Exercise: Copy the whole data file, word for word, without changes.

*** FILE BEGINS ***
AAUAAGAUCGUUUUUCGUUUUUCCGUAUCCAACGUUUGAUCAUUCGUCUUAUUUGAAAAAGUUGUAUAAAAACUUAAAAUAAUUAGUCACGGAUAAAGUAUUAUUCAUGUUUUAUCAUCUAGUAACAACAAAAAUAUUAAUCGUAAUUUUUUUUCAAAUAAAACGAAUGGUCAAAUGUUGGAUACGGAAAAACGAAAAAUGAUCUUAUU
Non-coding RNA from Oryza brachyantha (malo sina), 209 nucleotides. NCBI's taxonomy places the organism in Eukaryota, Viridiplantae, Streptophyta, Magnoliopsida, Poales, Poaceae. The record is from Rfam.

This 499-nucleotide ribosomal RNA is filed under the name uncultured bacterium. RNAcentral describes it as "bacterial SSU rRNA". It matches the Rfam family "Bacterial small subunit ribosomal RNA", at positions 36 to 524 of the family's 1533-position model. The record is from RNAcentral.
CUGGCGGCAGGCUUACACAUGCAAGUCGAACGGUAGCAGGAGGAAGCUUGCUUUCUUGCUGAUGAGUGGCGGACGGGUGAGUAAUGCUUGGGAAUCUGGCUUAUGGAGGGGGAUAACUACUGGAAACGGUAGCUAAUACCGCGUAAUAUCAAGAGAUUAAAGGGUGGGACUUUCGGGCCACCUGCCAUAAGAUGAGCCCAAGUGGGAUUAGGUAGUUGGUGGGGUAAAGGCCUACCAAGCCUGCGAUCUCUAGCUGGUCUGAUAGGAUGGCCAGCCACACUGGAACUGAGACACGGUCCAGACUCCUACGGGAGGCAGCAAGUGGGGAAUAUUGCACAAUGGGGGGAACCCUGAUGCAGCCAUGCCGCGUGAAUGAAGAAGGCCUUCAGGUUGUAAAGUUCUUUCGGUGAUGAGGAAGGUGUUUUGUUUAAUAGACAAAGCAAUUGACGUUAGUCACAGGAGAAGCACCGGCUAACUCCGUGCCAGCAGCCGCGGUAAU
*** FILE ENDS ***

AAUAAGAUCGUUUUUCGUUUUUCCGUAUCCAACGUUUGAUCAUUCGUCUUAUUUGAAAAAGUUGUAUAAAAACUUAAAAUAAUUAGUCACGGAUAAAGUAUUAUUCAUGUUUUAUCAUCUAGUAACAACAAAAAUAUUAAUCGUAAUUUUUUUUCAAAUAAAACGAAUGGUCAAAUGUUGGAUACGGAAAAACGAAAAAUGAUCUUAUU
Non-coding RNA from Oryza brachyantha (malo sina), 209 nucleotides. NCBI's taxonomy places the organism in Eukaryota, Viridiplantae, Streptophyta, Magnoliopsida, Poales, Poaceae. The record is from Rfam.

This 499-nucleotide ribosomal RNA is filed under the name uncultured bacterium. RNAcentral describes it as "bacterial SSU rRNA". It matches the Rfam family "Bacterial small subunit ribosomal RNA", at positions 36 to 524 of the family's 1533-position model. The record is from RNAcentral.
CUGGCGGCAGGCUUACACAUGCAAGUCGAACGGUAGCAGGAGGAAGCUUGCUUUCUUGCUGAUGAGUGGCGGACGGGUGAGUAAUGCUUGGGAAUCUGGCUUAUGGAGGGGGAUAACUACUGGAAACGGUAGCUAAUACCGCGUAAUAUCAAGAGAUUAAAGGGUGGGACUUUCGGGCCACCUGCCAUAAGAUGAGCCCAAGUGGGAUUAGGUAGUUGGUGGGGUAAAGGCCUACCAAGCCUGCGAUCUCUAGCUGGUCUGAUAGGAUGGCCAGCCACACUGGAACUGAGACACGGUCCAGACUCCUACGGGAGGCAGCAAGUGGGGAAUAUUGCACAAUGGGGGGAACCCUGAUGCAGCCAUGCCGCGUGAAUGAAGAAGGCCUUCAGGUUGUAAAGUUCUUUCGGUGAUGAGGAAGGUGUUUUGUUUAAUAGACAAAGCAAUUGACGUUAGUCACAGGAGAAGCACCGGCUAACUCCGUGCCAGCAGCCGCGGUAAU